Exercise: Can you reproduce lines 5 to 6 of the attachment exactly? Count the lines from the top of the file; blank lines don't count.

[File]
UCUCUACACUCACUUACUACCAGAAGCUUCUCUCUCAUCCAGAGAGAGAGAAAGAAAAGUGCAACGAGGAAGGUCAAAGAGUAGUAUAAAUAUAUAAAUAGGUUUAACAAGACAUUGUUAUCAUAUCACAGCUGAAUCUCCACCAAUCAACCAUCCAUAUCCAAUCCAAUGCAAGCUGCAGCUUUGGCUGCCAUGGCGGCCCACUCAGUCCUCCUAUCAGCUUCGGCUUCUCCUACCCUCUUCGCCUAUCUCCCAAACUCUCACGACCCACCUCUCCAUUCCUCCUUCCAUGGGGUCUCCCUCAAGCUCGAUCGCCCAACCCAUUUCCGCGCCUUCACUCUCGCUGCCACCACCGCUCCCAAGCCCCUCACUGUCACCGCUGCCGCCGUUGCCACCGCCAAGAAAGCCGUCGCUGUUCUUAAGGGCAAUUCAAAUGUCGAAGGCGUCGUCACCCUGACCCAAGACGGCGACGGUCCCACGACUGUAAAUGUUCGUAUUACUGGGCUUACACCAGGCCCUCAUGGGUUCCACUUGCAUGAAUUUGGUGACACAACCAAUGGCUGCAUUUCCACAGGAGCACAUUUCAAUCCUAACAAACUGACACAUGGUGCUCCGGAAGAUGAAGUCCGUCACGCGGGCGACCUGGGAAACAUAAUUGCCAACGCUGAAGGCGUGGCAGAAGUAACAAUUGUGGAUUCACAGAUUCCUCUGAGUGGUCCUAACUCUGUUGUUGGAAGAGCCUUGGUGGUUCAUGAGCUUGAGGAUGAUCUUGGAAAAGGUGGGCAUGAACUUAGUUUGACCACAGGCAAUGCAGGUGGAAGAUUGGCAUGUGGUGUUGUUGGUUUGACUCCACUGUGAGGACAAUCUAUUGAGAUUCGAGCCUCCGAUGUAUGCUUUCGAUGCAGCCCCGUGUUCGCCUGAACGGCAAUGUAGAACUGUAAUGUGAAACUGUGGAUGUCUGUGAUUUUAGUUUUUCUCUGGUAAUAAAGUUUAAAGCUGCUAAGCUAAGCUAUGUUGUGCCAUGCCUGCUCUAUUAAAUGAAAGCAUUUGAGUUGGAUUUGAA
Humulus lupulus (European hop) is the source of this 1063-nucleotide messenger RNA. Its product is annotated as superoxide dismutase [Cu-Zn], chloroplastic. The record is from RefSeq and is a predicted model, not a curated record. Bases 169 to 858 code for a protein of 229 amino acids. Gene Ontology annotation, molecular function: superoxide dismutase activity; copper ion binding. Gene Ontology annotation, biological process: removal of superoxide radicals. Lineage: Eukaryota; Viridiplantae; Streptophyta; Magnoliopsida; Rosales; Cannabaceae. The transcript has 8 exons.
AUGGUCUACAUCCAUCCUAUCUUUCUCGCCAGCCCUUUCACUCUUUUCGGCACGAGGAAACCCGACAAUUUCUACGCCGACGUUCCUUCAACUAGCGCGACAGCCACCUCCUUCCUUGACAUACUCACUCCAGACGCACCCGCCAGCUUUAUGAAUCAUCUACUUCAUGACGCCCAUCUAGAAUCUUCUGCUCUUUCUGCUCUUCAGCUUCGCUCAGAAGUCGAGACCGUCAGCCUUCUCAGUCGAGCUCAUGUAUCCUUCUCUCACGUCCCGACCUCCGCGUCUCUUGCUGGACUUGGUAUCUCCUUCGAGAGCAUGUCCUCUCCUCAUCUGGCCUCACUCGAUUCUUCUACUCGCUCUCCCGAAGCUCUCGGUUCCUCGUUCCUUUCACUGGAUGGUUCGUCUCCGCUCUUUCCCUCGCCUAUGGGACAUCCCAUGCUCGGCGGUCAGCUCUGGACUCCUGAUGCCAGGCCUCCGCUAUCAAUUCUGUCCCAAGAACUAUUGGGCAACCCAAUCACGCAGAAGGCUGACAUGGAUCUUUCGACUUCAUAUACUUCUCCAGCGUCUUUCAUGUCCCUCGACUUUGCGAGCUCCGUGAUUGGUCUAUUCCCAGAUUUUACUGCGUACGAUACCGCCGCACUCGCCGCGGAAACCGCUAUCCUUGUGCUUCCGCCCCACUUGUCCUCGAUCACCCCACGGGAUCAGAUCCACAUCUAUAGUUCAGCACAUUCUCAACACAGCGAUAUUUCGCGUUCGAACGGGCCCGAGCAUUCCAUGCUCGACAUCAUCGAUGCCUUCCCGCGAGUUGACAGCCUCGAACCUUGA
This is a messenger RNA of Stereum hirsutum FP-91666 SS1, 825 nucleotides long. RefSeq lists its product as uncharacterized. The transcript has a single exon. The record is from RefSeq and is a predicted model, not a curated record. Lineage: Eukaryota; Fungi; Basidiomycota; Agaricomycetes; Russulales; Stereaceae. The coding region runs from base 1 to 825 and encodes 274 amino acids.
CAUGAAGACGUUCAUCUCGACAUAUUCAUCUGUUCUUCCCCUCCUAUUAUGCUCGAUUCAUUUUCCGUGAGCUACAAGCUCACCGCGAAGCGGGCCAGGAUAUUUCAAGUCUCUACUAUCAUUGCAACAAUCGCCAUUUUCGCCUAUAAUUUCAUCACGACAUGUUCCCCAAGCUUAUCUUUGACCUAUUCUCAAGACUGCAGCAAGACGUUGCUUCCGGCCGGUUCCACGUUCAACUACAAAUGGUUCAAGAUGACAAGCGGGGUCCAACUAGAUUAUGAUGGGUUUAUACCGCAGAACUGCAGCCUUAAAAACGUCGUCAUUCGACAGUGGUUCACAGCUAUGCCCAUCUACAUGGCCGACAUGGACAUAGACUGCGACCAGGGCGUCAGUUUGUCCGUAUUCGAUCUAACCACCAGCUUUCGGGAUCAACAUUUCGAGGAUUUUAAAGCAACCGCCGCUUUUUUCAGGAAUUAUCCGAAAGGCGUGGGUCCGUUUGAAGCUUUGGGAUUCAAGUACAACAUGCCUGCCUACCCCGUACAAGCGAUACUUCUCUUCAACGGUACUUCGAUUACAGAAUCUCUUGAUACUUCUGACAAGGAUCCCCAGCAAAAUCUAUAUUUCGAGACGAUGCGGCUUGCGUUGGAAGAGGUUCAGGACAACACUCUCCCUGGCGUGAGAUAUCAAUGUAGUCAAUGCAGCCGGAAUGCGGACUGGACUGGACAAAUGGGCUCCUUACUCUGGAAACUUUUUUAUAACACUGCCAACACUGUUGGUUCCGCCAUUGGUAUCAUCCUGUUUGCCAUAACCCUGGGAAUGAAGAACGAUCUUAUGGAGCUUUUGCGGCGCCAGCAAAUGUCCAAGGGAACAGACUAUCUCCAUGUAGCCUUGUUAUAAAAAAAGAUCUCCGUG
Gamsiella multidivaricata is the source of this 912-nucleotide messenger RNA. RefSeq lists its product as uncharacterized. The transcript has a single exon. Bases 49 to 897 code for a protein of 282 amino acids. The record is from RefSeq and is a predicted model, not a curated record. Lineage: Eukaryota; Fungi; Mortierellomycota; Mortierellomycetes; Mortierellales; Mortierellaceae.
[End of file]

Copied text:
CAUGAAGACGUUCAUCUCGACAUAUUCAUCUGUUCUUCCCCUCCUAUUAUGCUCGAUUCAUUUUCCGUGAGCUACAAGCUCACCGCGAAGCGGGCCAGGAUAUUUCAAGUCUCUACUAUCAUUGCAACAAUCGCCAUUUUCGCCUAUAAUUUCAUCACGACAUGUUCCCCAAGCUUAUCUUUGACCUAUUCUCAAGACUGCAGCAAGACGUUGCUUCCGGCCGGUUCCACGUUCAACUACAAAUGGUUCAAGAUGACAAGCGGGGUCCAACUAGAUUAUGAUGGGUUUAUACCGCAGAACUGCAGCCUUAAAAACGUCGUCAUUCGACAGUGGUUCACAGCUAUGCCCAUCUACAUGGCCGACAUGGACAUAGACUGCGACCAGGGCGUCAGUUUGUCCGUAUUCGAUCUAACCACCAGCUUUCGGGAUCAACAUUUCGAGGAUUUUAAAGCAACCGCCGCUUUUUUCAGGAAUUAUCCGAAAGGCGUGGGUCCGUUUGAAGCUUUGGGAUUCAAGUACAACAUGCCUGCCUACCCCGUACAAGCGAUACUUCUCUUCAACGGUACUUCGAUUACAGAAUCUCUUGAUACUUCUGACAAGGAUCCCCAGCAAAAUCUAUAUUUCGAGACGAUGCGGCUUGCGUUGGAAGAGGUUCAGGACAACACUCUCCCUGGCGUGAGAUAUCAAUGUAGUCAAUGCAGCCGGAAUGCGGACUGGACUGGACAAAUGGGCUCCUUACUCUGGAAACUUUUUUAUAACACUGCCAACACUGUUGGUUCCGCCAUUGGUAUCAUCCUGUUUGCCAUAACCCUGGGAAUGAAGAACGAUCUUAUGGAGCUUUUGCGGCGCCAGCAAAUGUCCAAGGGAACAGACUAUCUCCAUGUAGCCUUGUUAUAAAAAAAGAUCUCCGUG
Gamsiella multidivaricata is the source of this 912-nucleotide messenger RNA. RefSeq lists its product as uncharacterized. The transcript has a single exon. Bases 49 to 897 code for a protein of 282 amino acids. The record is from RefSeq and is a predicted model, not a curated record. Lineage: Eukaryota; Fungi; Mortierellomycota; Mortierellomycetes; Mortierellales; Mortierellaceae.